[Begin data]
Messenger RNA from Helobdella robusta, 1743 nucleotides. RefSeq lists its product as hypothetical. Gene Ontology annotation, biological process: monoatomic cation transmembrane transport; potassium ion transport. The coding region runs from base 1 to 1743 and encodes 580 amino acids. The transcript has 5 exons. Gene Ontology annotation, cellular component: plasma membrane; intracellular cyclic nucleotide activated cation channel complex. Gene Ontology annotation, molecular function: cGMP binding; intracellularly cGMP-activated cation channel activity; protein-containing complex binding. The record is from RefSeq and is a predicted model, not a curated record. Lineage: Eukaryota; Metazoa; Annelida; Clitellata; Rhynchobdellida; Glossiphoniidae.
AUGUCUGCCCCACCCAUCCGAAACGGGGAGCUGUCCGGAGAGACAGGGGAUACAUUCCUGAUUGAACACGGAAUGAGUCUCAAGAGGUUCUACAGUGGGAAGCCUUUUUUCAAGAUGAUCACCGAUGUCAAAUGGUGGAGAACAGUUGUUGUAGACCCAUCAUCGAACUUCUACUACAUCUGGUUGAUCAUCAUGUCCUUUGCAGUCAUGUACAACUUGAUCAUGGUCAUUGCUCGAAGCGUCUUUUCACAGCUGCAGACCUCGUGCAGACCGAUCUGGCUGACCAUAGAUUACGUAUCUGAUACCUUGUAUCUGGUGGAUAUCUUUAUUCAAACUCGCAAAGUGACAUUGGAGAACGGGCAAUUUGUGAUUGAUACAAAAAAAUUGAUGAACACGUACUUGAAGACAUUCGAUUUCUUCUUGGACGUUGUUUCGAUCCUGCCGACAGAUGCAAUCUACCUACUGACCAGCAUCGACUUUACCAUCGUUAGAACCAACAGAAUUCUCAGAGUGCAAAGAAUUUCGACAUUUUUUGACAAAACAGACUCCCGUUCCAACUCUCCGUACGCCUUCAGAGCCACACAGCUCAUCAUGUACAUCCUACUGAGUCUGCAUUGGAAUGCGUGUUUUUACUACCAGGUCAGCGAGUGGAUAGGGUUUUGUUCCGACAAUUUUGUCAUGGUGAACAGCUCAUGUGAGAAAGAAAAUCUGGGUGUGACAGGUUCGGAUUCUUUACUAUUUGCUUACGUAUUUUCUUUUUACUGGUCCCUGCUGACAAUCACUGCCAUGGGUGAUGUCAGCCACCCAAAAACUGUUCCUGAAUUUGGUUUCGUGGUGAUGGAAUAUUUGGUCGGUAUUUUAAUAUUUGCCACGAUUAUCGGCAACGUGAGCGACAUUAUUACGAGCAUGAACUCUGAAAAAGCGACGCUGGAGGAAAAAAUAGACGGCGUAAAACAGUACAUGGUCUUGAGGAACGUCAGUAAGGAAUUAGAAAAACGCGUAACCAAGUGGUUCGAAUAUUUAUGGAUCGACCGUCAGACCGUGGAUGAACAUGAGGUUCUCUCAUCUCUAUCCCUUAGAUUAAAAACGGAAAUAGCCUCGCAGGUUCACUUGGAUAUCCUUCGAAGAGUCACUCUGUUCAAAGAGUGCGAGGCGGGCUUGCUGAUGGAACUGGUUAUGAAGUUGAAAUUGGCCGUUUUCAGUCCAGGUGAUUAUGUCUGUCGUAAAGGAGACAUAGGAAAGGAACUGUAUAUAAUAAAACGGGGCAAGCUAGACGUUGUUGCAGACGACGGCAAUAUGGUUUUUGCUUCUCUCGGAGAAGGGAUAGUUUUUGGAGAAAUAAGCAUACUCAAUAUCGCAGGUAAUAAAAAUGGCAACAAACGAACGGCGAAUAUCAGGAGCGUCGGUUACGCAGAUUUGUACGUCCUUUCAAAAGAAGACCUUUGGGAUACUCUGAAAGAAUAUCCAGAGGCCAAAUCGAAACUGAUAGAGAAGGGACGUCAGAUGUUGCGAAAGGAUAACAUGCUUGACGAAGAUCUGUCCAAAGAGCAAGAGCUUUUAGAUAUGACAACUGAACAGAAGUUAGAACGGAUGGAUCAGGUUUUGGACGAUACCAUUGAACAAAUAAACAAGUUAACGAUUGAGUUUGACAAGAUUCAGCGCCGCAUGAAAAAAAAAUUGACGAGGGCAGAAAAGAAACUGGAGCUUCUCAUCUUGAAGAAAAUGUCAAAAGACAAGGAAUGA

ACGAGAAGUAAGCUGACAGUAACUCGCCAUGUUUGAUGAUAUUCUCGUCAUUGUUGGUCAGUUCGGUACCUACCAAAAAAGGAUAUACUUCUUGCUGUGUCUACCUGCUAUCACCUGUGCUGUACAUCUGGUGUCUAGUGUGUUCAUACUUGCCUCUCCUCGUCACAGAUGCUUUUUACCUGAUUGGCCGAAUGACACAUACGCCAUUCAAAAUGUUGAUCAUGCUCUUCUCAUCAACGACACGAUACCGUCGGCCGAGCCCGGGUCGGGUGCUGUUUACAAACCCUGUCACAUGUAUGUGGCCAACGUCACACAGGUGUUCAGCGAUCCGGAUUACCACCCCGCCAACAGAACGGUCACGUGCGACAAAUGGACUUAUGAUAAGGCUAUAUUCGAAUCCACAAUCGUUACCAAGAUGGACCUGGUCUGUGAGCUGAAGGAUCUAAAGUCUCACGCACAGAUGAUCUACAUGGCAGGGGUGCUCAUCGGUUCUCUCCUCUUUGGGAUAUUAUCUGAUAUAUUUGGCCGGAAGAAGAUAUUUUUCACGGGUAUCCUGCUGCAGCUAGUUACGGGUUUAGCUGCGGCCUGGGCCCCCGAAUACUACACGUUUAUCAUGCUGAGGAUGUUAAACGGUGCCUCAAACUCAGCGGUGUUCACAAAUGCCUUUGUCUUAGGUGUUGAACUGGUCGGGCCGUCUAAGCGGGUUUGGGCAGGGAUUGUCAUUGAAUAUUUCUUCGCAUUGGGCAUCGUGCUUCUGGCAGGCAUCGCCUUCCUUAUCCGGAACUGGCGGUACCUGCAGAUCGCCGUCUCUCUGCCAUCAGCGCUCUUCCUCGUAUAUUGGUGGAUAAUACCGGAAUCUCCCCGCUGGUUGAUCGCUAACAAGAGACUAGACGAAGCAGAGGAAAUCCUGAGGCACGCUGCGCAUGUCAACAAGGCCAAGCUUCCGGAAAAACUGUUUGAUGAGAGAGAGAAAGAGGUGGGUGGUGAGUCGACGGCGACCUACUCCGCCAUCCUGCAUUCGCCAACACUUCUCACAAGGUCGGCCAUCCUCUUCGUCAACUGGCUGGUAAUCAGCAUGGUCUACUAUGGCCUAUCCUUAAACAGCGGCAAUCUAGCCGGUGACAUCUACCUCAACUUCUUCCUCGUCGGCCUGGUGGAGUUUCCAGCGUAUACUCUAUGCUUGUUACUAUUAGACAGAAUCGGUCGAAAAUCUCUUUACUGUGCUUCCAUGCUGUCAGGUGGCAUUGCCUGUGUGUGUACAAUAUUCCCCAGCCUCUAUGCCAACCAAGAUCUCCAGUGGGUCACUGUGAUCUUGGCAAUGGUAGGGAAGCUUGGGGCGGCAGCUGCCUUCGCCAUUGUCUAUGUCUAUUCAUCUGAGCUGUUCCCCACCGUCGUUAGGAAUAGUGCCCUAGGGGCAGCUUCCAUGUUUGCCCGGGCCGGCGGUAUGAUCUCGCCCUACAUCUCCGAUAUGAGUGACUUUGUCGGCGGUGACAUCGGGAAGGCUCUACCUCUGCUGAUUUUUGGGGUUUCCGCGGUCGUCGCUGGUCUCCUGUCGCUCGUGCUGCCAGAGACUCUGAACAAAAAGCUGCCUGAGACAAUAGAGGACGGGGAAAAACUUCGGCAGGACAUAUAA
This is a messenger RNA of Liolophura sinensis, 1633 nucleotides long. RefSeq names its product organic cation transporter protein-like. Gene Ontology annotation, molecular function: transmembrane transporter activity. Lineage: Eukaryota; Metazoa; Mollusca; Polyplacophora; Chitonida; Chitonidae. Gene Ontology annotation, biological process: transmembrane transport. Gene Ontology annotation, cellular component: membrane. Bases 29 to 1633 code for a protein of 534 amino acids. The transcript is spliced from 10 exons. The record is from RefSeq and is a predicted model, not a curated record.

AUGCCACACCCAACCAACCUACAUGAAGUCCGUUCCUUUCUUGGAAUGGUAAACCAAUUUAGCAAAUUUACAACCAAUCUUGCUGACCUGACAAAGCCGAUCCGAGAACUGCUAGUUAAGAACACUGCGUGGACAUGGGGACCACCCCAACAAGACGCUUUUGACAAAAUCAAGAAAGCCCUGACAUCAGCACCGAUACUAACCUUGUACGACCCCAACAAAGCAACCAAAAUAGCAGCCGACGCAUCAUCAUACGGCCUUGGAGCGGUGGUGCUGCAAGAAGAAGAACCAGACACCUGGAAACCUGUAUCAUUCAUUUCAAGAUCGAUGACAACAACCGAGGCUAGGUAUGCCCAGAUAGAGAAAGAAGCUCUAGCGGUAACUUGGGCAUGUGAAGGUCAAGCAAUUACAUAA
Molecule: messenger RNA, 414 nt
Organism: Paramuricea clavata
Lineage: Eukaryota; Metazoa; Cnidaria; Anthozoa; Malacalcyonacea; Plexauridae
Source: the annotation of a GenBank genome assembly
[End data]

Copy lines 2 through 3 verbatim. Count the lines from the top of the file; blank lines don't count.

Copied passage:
AUGUCUGCCCCACCCAUCCGAAACGGGGAGCUGUCCGGAGAGACAGGGGAUACAUUCCUGAUUGAACACGGAAUGAGUCUCAAGAGGUUCUACAGUGGGAAGCCUUUUUUCAAGAUGAUCACCGAUGUCAAAUGGUGGAGAACAGUUGUUGUAGACCCAUCAUCGAACUUCUACUACAUCUGGUUGAUCAUCAUGUCCUUUGCAGUCAUGUACAACUUGAUCAUGGUCAUUGCUCGAAGCGUCUUUUCACAGCUGCAGACCUCGUGCAGACCGAUCUGGCUGACCAUAGAUUACGUAUCUGAUACCUUGUAUCUGGUGGAUAUCUUUAUUCAAACUCGCAAAGUGACAUUGGAGAACGGGCAAUUUGUGAUUGAUACAAAAAAAUUGAUGAACACGUACUUGAAGACAUUCGAUUUCUUCUUGGACGUUGUUUCGAUCCUGCCGACAGAUGCAAUCUACCUACUGACCAGCAUCGACUUUACCAUCGUUAGAACCAACAGAAUUCUCAGAGUGCAAAGAAUUUCGACAUUUUUUGACAAAACAGACUCCCGUUCCAACUCUCCGUACGCCUUCAGAGCCACACAGCUCAUCAUGUACAUCCUACUGAGUCUGCAUUGGAAUGCGUGUUUUUACUACCAGGUCAGCGAGUGGAUAGGGUUUUGUUCCGACAAUUUUGUCAUGGUGAACAGCUCAUGUGAGAAAGAAAAUCUGGGUGUGACAGGUUCGGAUUCUUUACUAUUUGCUUACGUAUUUUCUUUUUACUGGUCCCUGCUGACAAUCACUGCCAUGGGUGAUGUCAGCCACCCAAAAACUGUUCCUGAAUUUGGUUUCGUGGUGAUGGAAUAUUUGGUCGGUAUUUUAAUAUUUGCCACGAUUAUCGGCAACGUGAGCGACAUUAUUACGAGCAUGAACUCUGAAAAAGCGACGCUGGAGGAAAAAAUAGACGGCGUAAAACAGUACAUGGUCUUGAGGAACGUCAGUAAGGAAUUAGAAAAACGCGUAACCAAGUGGUUCGAAUAUUUAUGGAUCGACCGUCAGACCGUGGAUGAACAUGAGGUUCUCUCAUCUCUAUCCCUUAGAUUAAAAACGGAAAUAGCCUCGCAGGUUCACUUGGAUAUCCUUCGAAGAGUCACUCUGUUCAAAGAGUGCGAGGCGGGCUUGCUGAUGGAACUGGUUAUGAAGUUGAAAUUGGCCGUUUUCAGUCCAGGUGAUUAUGUCUGUCGUAAAGGAGACAUAGGAAAGGAACUGUAUAUAAUAAAACGGGGCAAGCUAGACGUUGUUGCAGACGACGGCAAUAUGGUUUUUGCUUCUCUCGGAGAAGGGAUAGUUUUUGGAGAAAUAAGCAUACUCAAUAUCGCAGGUAAUAAAAAUGGCAACAAACGAACGGCGAAUAUCAGGAGCGUCGGUUACGCAGAUUUGUACGUCCUUUCAAAAGAAGACCUUUGGGAUACUCUGAAAGAAUAUCCAGAGGCCAAAUCGAAACUGAUAGAGAAGGGACGUCAGAUGUUGCGAAAGGAUAACAUGCUUGACGAAGAUCUGUCCAAAGAGCAAGAGCUUUUAGAUAUGACAACUGAACAGAAGUUAGAACGGAUGGAUCAGGUUUUGGACGAUACCAUUGAACAAAUAAACAAGUUAACGAUUGAGUUUGACAAGAUUCAGCGCCGCAUGAAAAAAAAAUUGACGAGGGCAGAAAAGAAACUGGAGCUUCUCAUCUUGAAGAAAAUGUCAAAAGACAAGGAAUGA

ACGAGAAGUAAGCUGACAGUAACUCGCCAUGUUUGAUGAUAUUCUCGUCAUUGUUGGUCAGUUCGGUACCUACCAAAAAAGGAUAUACUUCUUGCUGUGUCUACCUGCUAUCACCUGUGCUGUACAUCUGGUGUCUAGUGUGUUCAUACUUGCCUCUCCUCGUCACAGAUGCUUUUUACCUGAUUGGCCGAAUGACACAUACGCCAUUCAAAAUGUUGAUCAUGCUCUUCUCAUCAACGACACGAUACCGUCGGCCGAGCCCGGGUCGGGUGCUGUUUACAAACCCUGUCACAUGUAUGUGGCCAACGUCACACAGGUGUUCAGCGAUCCGGAUUACCACCCCGCCAACAGAACGGUCACGUGCGACAAAUGGACUUAUGAUAAGGCUAUAUUCGAAUCCACAAUCGUUACCAAGAUGGACCUGGUCUGUGAGCUGAAGGAUCUAAAGUCUCACGCACAGAUGAUCUACAUGGCAGGGGUGCUCAUCGGUUCUCUCCUCUUUGGGAUAUUAUCUGAUAUAUUUGGCCGGAAGAAGAUAUUUUUCACGGGUAUCCUGCUGCAGCUAGUUACGGGUUUAGCUGCGGCCUGGGCCCCCGAAUACUACACGUUUAUCAUGCUGAGGAUGUUAAACGGUGCCUCAAACUCAGCGGUGUUCACAAAUGCCUUUGUCUUAGGUGUUGAACUGGUCGGGCCGUCUAAGCGGGUUUGGGCAGGGAUUGUCAUUGAAUAUUUCUUCGCAUUGGGCAUCGUGCUUCUGGCAGGCAUCGCCUUCCUUAUCCGGAACUGGCGGUACCUGCAGAUCGCCGUCUCUCUGCCAUCAGCGCUCUUCCUCGUAUAUUGGUGGAUAAUACCGGAAUCUCCCCGCUGGUUGAUCGCUAACAAGAGACUAGACGAAGCAGAGGAAAUCCUGAGGCACGCUGCGCAUGUCAACAAGGCCAAGCUUCCGGAAAAACUGUUUGAUGAGAGAGAGAAAGAGGUGGGUGGUGAGUCGACGGCGACCUACUCCGCCAUCCUGCAUUCGCCAACACUUCUCACAAGGUCGGCCAUCCUCUUCGUCAACUGGCUGGUAAUCAGCAUGGUCUACUAUGGCCUAUCCUUAAACAGCGGCAAUCUAGCCGGUGACAUCUACCUCAACUUCUUCCUCGUCGGCCUGGUGGAGUUUCCAGCGUAUACUCUAUGCUUGUUACUAUUAGACAGAAUCGGUCGAAAAUCUCUUUACUGUGCUUCCAUGCUGUCAGGUGGCAUUGCCUGUGUGUGUACAAUAUUCCCCAGCCUCUAUGCCAACCAAGAUCUCCAGUGGGUCACUGUGAUCUUGGCAAUGGUAGGGAAGCUUGGGGCGGCAGCUGCCUUCGCCAUUGUCUAUGUCUAUUCAUCUGAGCUGUUCCCCACCGUCGUUAGGAAUAGUGCCCUAGGGGCAGCUUCCAUGUUUGCCCGGGCCGGCGGUAUGAUCUCGCCCUACAUCUCCGAUAUGAGUGACUUUGUCGGCGGUGACAUCGGGAAGGCUCUACCUCUGCUGAUUUUUGGGGUUUCCGCGGUCGUCGCUGGUCUCCUGUCGCUCGUGCUGCCAGAGACUCUGAACAAAAAGCUGCCUGAGACAAUAGAGGACGGGGAAAAACUUCGGCAGGACAUAUAA